A necessary part of any good application, service, or hardware is the ability to record and view log information. Why is this important? Log information can help admins in the pursuit of troubleshooting issues or in tracking down who accessed a system during a given period. In VMware View it will be likely that these types of details will also be very important to customers. Event information is not stored by default, and an event log database must be set up for View to record these events. Today I will walk you through the process of setting up the VMware View events database feature.
To accomplish this task we do indeed need a database for View to record its events into. The two options are a Microsoft SQL or Oracle database. The only other real requirement here is the it must use SQL server authentication and not Windows authentication. I won’t step you through database creation since it is very well documented elsewhere, such as on the VMware support site.
This part can be a bit fuzzy for server admins who do not regularly work with databases. With our database already created we need to create a local SQL account to use for accessing the database. In this example I’m using MS SQL 2008, and it should be very similar in other versions also. You can find more SQL help on the Petri SQL Server resource page.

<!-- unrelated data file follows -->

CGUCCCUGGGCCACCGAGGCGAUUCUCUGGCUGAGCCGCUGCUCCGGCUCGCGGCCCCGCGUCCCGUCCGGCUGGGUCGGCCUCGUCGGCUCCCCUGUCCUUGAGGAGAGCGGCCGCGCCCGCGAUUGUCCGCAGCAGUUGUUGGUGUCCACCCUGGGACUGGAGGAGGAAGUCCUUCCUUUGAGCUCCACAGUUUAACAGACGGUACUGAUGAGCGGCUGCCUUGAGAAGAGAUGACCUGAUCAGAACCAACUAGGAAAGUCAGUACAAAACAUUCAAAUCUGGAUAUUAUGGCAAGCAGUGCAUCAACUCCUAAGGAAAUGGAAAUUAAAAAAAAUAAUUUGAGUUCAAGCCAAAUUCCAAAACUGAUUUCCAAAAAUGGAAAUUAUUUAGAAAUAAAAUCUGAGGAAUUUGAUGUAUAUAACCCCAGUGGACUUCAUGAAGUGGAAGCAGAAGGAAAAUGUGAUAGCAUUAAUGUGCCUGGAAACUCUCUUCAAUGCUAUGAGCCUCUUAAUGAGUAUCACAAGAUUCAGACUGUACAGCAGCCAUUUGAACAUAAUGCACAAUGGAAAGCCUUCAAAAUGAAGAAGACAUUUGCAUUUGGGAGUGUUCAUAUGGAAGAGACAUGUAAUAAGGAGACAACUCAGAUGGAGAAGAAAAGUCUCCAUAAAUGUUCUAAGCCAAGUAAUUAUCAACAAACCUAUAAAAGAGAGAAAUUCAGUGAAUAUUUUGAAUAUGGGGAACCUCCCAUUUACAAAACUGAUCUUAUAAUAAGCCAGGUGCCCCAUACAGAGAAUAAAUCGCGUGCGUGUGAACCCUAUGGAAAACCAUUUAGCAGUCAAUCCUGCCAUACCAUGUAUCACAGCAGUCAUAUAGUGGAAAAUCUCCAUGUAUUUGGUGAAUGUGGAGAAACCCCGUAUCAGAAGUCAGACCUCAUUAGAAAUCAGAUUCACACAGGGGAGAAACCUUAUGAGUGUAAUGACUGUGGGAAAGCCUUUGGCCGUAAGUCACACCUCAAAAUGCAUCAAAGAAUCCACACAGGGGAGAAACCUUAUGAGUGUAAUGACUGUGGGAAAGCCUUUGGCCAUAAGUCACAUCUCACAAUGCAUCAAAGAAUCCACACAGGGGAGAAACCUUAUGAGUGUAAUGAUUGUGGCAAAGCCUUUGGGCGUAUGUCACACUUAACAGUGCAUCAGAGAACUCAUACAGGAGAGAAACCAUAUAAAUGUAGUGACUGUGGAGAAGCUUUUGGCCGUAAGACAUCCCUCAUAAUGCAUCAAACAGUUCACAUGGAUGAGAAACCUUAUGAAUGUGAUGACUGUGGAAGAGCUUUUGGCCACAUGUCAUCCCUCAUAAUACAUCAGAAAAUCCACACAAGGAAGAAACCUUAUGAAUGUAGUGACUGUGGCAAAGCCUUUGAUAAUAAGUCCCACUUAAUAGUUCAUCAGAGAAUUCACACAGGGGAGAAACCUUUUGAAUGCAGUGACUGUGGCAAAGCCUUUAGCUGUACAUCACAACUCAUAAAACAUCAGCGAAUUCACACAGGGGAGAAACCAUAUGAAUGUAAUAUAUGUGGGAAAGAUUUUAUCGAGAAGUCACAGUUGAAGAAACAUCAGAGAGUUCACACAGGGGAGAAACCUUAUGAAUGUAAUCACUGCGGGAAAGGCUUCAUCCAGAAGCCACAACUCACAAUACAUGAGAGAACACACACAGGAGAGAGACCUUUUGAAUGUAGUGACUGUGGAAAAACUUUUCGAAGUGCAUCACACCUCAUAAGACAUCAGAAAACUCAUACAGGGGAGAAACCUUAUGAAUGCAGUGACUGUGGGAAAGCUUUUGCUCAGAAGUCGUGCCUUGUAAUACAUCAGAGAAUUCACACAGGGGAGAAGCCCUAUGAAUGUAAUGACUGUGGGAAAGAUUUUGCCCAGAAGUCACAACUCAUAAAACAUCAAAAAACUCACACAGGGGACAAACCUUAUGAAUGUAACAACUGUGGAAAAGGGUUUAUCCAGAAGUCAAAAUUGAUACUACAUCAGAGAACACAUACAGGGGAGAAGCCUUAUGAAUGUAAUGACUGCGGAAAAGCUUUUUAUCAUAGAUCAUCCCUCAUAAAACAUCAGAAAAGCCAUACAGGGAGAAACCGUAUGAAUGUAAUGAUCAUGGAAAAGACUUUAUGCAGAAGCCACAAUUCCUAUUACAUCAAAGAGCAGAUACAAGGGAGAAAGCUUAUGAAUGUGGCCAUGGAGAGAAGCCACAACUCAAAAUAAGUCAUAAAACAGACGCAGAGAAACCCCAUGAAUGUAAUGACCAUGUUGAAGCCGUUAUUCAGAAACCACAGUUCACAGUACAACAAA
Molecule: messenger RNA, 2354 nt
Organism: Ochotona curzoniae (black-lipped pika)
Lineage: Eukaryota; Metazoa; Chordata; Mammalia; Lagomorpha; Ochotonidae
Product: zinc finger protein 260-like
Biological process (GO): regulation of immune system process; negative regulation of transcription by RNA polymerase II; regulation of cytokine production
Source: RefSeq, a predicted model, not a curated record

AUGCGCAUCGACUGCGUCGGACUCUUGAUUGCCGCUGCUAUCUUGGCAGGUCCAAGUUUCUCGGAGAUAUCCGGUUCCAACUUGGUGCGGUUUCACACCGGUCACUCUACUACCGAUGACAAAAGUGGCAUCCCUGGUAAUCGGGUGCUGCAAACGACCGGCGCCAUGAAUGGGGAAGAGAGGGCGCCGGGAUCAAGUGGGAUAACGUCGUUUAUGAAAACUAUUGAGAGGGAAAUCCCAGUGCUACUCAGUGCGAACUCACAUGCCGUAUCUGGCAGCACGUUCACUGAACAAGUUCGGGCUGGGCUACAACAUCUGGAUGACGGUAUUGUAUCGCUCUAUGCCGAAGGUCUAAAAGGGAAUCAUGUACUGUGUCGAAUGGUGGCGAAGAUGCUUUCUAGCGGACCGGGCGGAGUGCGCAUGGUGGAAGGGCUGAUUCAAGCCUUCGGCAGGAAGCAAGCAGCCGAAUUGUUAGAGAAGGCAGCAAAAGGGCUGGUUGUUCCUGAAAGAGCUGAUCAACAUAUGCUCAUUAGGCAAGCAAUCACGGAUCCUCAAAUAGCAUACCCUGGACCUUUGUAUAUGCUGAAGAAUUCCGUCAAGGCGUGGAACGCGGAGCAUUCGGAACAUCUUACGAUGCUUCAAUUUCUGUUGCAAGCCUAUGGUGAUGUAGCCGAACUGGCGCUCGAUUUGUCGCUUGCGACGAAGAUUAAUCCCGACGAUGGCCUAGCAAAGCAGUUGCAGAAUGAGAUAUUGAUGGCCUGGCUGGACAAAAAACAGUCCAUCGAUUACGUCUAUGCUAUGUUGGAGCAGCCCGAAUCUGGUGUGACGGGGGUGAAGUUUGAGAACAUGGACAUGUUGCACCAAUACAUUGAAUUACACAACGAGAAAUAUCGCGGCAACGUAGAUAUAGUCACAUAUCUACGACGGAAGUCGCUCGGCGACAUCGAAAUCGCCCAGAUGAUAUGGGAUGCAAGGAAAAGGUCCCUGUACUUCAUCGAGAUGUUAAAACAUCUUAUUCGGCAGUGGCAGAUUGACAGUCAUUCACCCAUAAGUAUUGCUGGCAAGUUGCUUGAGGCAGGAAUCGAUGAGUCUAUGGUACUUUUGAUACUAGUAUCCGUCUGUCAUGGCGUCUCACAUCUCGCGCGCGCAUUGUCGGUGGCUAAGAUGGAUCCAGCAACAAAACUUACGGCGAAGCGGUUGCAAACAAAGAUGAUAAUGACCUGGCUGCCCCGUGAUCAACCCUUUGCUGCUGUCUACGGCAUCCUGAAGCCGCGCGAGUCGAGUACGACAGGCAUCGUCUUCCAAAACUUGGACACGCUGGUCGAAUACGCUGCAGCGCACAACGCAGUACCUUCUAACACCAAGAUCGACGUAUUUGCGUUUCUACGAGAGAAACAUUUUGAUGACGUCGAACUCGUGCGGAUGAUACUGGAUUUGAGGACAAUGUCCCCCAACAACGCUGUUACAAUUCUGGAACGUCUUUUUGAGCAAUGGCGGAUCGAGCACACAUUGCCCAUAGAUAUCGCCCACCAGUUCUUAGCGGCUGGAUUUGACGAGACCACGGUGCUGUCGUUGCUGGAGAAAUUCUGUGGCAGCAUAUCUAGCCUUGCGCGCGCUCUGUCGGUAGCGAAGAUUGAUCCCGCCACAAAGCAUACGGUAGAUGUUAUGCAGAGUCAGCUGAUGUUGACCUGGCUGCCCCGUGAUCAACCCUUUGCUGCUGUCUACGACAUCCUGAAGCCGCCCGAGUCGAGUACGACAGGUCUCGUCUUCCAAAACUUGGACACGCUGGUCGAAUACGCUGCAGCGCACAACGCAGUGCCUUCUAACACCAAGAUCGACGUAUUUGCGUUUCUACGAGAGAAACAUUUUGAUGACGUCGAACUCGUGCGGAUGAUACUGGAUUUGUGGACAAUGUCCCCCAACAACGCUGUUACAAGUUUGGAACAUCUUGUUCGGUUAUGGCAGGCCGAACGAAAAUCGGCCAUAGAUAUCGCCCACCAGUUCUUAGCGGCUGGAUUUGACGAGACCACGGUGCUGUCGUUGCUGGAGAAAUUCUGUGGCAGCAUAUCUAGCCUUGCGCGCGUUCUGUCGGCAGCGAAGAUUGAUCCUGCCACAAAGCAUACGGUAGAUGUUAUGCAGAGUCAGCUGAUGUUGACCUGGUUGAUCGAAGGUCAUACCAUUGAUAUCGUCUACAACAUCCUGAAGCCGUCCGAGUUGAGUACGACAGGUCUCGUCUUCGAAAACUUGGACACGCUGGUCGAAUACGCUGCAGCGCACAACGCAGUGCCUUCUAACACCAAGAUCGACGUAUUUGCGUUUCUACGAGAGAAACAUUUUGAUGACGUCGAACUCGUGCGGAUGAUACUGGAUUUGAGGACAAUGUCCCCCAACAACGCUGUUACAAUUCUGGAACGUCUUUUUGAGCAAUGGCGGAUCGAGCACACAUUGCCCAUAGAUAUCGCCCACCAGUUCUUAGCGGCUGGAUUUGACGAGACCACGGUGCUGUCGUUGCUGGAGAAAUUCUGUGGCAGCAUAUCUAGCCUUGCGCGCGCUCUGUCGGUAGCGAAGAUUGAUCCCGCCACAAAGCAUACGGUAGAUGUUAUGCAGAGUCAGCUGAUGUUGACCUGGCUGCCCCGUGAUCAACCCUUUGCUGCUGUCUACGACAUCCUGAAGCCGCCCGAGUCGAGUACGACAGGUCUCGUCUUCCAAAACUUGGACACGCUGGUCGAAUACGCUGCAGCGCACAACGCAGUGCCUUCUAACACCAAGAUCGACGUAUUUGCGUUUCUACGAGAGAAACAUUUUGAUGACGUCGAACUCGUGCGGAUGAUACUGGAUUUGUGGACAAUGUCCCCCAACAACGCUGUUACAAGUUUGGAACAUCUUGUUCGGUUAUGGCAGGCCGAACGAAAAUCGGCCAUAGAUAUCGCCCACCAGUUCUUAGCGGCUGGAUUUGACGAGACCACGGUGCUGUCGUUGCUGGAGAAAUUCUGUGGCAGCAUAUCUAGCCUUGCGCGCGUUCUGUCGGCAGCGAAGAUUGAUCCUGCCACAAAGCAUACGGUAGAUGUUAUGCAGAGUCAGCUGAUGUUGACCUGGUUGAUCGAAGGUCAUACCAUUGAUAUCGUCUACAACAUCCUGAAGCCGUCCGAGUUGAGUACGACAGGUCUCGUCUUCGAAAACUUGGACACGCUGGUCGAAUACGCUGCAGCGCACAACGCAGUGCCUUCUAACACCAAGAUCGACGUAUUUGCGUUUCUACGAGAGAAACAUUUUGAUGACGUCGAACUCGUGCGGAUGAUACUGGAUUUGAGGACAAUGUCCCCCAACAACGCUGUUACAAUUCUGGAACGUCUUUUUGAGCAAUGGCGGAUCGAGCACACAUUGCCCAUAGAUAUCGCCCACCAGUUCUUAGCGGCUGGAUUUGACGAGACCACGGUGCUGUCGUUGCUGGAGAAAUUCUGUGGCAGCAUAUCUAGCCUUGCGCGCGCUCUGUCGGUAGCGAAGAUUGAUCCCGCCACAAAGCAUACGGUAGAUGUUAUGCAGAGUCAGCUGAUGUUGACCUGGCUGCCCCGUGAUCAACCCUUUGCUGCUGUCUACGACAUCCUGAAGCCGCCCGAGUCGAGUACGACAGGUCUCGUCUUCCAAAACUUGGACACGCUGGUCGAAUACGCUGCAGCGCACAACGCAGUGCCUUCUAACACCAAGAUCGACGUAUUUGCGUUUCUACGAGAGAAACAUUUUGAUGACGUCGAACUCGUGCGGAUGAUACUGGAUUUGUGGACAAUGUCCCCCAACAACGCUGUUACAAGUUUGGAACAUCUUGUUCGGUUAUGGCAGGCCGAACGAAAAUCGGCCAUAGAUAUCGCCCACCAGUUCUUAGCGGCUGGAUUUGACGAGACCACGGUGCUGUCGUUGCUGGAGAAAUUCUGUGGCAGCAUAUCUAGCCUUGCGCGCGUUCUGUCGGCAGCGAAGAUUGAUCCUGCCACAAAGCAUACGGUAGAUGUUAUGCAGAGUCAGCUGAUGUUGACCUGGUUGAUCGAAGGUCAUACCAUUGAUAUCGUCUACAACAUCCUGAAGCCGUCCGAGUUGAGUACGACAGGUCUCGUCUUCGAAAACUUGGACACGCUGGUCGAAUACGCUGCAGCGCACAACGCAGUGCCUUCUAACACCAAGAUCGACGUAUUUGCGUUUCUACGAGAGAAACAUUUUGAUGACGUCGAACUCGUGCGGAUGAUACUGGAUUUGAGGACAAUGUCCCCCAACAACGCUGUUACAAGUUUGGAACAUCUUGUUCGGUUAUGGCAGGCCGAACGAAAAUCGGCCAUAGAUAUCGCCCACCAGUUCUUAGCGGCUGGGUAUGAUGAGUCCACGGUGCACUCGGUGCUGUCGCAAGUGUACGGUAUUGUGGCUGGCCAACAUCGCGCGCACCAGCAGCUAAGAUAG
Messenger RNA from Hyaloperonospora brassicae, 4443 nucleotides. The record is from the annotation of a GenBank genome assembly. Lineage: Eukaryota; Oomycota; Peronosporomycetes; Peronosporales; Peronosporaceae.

Log into SQL Management Studio and find the Security folder. Then right-click it and choose to create a New >> Login.
You will be prompted with a window similar to the one shown below that will have both mandatory and optional fields. For the sake of this post, I’m going to just cover the minimum necessary for our task.
We are now ready to enter the connection details for the events database that was created. The following image shows the window and some sample details form my lab setup.
At this point we have successfully connected View with the database that was created. The image below shows what you should see in View manager once the connection is established.
You have the option to choose how long you would like events to be displayed for in the events logs. By default it is three months, but you can change this based on your requirements. The other option is to specify for how many days should items be considered new. This might be helpful if you do not plan on looking at events each day.
Now that everything is configured, we can now see if we have any events to look at. In my test it was a lab, so there was really nothing happening at the moment; if you have users actively using it, you might see more details. Otherwise, wait a bit and check back.
You are now armed and ready to be an events ninja for VMware View, remember with great power comes great responsibility. So use your tools wisely and hope this helps in your troubleshooting attempts.